Nvidia was the only company that submitted across all six categories of the industry benchmark suite (which encompasses image classification, object detection, translation, and reinforcement learning). After abstaining from the reinforcement learning category in the previous iteration, Nvidia participated this time, noting that the benchmark had been “refactored by MLPerf to allow for parallelism and meaningful acceleration.”
On a “per accelerator” basis, Nvidia swept five out of six categories (see chart below right). Testing was done on one DGX-2H node, comprised of 16 V100s connected via Nvidia’s NVLink switch; except for MiniGo, which was done on one Nvidia DGX-1 (8 V100s). On the ImageNet test, Google’s TPUv3.32 system outperformed Nvidia’s DGX-2H machine; the math works out to 11.25 hours to train the model on one TPUv3 chip versus 14.06 hours on one Nvidia V100.
While competing on a per-accelerator basis might be a lower barrier to entry for newcomers, Google and Nvidia would probably argue that at-scale is mostly what companies care about. “For training, they are not going to wait half a day or more to get their results back,” noted Freund. “They are going to spend the money to get the training done, so they need to see what the results are at scale.
“Running these benchmarks is very expensive and only the large companies need apply,” added Freund. “Right now, the industry really only has two alternatives for training. Inference will be a different story. There will be close to a score of inference benchmarks published in the next 12 months because it’s a lot easier to do and it’s a wide open market. There’s not an 800lb gorilla sitting on top of it, called Nvidia. There are going to be a lot of startups competing for that space. For training: there’s only two companies now; there will be three when Intel launches Nervana. But it’s going to [continue to] be a very small number.”
MLPerf is an AI benchmarking suite “for measuring the speed of machine learning software and hardware.” Started by a small group from academia and industry–including Google, Baidu, Intel, AMD, Harvard and Stanford–the project has grown considerably since launching in May 2018. At last count (July 9, 2019), the website lists more than 40 supporting companies: the aforementioned Google, Intel, AMD and Baidu as well as ARM, Nvidia, Cray, Cisco, Microsoft and others (notably, not IBM or Amazon).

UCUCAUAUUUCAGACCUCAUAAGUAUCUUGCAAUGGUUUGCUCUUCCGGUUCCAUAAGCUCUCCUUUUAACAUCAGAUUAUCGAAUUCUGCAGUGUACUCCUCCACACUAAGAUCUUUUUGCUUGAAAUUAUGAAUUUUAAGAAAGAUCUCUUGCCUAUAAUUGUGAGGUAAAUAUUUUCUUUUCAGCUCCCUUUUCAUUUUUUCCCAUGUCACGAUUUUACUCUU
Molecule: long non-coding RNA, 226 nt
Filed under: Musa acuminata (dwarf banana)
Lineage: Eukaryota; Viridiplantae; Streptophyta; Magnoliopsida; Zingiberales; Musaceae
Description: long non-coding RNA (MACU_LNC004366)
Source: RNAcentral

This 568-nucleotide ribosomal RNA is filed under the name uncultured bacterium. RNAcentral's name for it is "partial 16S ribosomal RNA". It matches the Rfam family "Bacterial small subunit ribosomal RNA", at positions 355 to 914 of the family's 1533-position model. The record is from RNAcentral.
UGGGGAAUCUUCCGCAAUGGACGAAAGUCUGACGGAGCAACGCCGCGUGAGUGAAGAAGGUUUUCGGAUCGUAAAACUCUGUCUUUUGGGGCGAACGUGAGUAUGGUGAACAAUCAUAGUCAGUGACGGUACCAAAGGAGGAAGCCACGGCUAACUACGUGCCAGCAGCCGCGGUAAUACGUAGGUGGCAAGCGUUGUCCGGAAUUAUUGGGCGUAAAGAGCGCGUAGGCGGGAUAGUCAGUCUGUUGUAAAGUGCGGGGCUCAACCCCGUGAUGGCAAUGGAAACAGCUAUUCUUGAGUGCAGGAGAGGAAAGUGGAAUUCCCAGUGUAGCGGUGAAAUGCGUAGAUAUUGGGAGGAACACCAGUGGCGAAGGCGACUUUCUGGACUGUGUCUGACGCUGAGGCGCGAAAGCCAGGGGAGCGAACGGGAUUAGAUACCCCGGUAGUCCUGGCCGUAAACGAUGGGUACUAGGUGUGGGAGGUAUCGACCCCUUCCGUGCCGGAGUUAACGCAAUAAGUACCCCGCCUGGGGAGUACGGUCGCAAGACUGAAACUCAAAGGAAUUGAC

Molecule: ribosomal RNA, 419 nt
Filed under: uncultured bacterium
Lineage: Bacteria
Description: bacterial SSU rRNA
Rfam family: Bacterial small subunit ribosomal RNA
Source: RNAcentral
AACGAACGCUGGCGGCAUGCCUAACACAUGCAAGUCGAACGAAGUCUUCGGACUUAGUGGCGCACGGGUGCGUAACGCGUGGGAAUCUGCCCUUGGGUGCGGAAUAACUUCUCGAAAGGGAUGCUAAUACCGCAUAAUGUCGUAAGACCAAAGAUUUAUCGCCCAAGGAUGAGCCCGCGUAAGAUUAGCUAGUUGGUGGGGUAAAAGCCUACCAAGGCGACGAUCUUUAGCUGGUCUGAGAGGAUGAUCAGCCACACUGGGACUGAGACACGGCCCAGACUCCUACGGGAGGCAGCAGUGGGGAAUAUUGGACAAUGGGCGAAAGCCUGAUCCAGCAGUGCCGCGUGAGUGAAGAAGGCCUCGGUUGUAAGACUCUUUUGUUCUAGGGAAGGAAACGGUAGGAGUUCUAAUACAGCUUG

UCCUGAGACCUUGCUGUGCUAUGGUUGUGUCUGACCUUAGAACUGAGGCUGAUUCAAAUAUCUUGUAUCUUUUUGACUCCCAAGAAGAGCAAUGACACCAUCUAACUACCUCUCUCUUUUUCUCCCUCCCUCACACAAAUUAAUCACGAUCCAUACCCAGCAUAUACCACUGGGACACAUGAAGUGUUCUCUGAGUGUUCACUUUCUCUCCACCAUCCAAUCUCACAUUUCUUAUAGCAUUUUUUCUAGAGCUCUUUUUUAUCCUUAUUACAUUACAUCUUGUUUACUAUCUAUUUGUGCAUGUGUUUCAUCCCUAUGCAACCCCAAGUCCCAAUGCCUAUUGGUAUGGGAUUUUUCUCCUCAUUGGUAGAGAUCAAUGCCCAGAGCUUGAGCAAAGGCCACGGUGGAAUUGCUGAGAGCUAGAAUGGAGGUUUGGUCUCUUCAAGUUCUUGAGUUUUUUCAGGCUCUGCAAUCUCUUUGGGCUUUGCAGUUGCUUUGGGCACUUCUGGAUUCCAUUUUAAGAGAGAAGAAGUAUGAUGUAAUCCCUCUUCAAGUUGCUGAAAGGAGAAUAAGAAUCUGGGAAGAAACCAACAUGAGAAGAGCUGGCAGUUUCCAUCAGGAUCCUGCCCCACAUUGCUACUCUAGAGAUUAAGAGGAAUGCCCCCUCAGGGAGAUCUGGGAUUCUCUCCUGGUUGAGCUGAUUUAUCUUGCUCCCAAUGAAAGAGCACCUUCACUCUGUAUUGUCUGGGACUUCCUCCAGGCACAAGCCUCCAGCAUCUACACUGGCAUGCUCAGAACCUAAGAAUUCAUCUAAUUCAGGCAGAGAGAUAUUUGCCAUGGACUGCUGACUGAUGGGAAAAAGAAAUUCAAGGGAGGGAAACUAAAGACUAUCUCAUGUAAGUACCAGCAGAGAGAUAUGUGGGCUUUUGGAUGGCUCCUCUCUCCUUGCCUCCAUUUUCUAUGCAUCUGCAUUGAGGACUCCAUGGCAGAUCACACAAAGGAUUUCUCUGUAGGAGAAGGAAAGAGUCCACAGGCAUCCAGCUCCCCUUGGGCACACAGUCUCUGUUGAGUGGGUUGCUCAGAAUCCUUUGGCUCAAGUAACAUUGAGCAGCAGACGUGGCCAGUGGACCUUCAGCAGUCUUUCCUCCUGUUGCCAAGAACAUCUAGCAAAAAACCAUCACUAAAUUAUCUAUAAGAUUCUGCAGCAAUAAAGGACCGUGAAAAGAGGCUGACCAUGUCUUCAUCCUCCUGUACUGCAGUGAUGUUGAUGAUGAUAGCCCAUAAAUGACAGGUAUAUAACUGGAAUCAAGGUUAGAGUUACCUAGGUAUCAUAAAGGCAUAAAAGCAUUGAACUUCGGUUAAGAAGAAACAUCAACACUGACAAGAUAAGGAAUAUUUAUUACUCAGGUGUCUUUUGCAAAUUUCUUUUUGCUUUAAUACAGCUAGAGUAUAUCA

According to the consortium, the training benchmark is defined by a dataset and quality target and also provides a reference implementation for each benchmark that uses a specific model. Time to train a model at a specified quality target is the main performance metric. There are six “active” benchmarks in version v0.6 of the suite. (The recommendation benchmark that was part of the v0.5 suite is currently being reviewed.)
MLPerf recently announced the launch of an inference-focused benchmark (see our coverage here); the consortium’s website indicates results for the 0.5 version are due Sept. 6.
* This round also saw a research submission from Alibaba in the closed division and the first open submission – from Fujitsu. To clarify, MLPerf explains, “the Closed division is intended to compare hardware platforms or software frameworks ‘apples-to-apples’ and requires using the same model and optimizer as the reference implementation. The Open division is intended to foster faster models and optimizers and allows any ML approach that can reach the target quality.” The v0.6 results can be reviewed here.